Lookup tables 42 employ 8K by 8 bit RAM chips, each bank having two chips to provide storage for 8192 16-bit words. However, 12-bits can only address 4096 words. The memories thus have two sections of lookup table RAM available. A signal from controller 40 determines which section is accessed. Additionally, the 12-bit data stored in the lookup tables leaves four bits available. These bits can be used as flags. For example, manipulation of a valid YCbCr coordinate can result in an RGB coordinate that is outside of valid RGB color space (prior to the application of any clips). The controller can test for this condition and set one of the "unused" bits in the look-up table when a computed R, G, or B component at that address exceeds the nominal range of the color space. When the flagged memory location is selected, this bit signals error checking circuit 56 to generate corresponding signalling in the error detection handling output data.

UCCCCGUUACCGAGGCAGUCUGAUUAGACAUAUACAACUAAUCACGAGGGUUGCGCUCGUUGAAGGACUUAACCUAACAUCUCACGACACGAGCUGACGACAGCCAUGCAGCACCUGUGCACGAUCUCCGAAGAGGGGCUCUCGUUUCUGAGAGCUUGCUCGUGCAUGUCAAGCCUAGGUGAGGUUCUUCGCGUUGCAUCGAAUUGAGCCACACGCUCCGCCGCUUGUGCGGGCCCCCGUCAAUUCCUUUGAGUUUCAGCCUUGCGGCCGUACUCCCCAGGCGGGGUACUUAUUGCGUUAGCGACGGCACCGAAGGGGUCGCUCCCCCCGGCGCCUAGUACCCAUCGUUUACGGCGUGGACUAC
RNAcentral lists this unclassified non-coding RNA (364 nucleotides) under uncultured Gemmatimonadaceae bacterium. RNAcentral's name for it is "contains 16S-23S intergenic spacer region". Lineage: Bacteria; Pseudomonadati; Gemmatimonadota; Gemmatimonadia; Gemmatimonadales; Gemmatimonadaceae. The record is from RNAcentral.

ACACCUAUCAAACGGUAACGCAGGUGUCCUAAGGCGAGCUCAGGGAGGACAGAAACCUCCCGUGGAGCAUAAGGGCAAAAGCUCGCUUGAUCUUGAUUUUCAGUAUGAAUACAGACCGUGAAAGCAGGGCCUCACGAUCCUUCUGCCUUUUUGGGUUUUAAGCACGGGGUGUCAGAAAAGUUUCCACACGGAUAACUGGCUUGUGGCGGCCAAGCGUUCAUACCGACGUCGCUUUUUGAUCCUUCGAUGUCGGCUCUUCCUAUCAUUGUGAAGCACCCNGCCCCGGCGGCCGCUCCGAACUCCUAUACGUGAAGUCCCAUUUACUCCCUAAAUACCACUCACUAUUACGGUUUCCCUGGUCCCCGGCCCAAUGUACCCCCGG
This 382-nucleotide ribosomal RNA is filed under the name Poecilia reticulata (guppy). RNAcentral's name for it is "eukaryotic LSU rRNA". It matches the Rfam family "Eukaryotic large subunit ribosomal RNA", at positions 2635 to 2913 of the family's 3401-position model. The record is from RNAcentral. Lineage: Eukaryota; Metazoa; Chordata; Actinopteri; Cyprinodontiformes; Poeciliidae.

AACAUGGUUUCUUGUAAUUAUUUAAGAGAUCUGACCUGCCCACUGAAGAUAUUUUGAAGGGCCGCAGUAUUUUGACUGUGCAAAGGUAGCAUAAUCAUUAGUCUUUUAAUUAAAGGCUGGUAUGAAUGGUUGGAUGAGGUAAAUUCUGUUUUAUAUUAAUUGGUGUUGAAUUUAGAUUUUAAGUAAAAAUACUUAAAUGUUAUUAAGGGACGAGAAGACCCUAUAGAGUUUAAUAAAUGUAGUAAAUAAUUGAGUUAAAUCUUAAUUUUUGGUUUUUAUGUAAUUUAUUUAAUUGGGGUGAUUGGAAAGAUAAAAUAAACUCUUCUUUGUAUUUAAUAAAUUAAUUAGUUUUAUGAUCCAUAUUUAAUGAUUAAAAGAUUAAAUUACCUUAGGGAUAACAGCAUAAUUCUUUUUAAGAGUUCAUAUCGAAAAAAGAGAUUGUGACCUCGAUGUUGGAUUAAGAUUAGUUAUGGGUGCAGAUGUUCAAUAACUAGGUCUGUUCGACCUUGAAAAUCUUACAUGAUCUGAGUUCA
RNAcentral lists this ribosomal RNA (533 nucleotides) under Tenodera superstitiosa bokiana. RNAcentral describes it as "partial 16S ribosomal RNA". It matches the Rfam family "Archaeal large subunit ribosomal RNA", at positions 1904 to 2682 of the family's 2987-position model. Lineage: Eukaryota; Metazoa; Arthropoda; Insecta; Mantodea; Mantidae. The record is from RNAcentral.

Referring to FIG. 4, the outputs of the RGB lookup table RAMs are coupled by data busses LOR, LOG, LOB as RGB data to inputs of output color space converter 44. The output color space converter changes the data as adjusted through the coefficients and lookup tables, back to YCbCr color space. The conversion as before is a 3×3 matrix multiplication done in two's complement form to employ the full possible dynamic range. The output conversion coefficients used are nominal coefficients and exchange back to YCbCr without manipulations at this point; however, the data carries along the changes made by the input coefficients and lookup table variations as the user has dictated.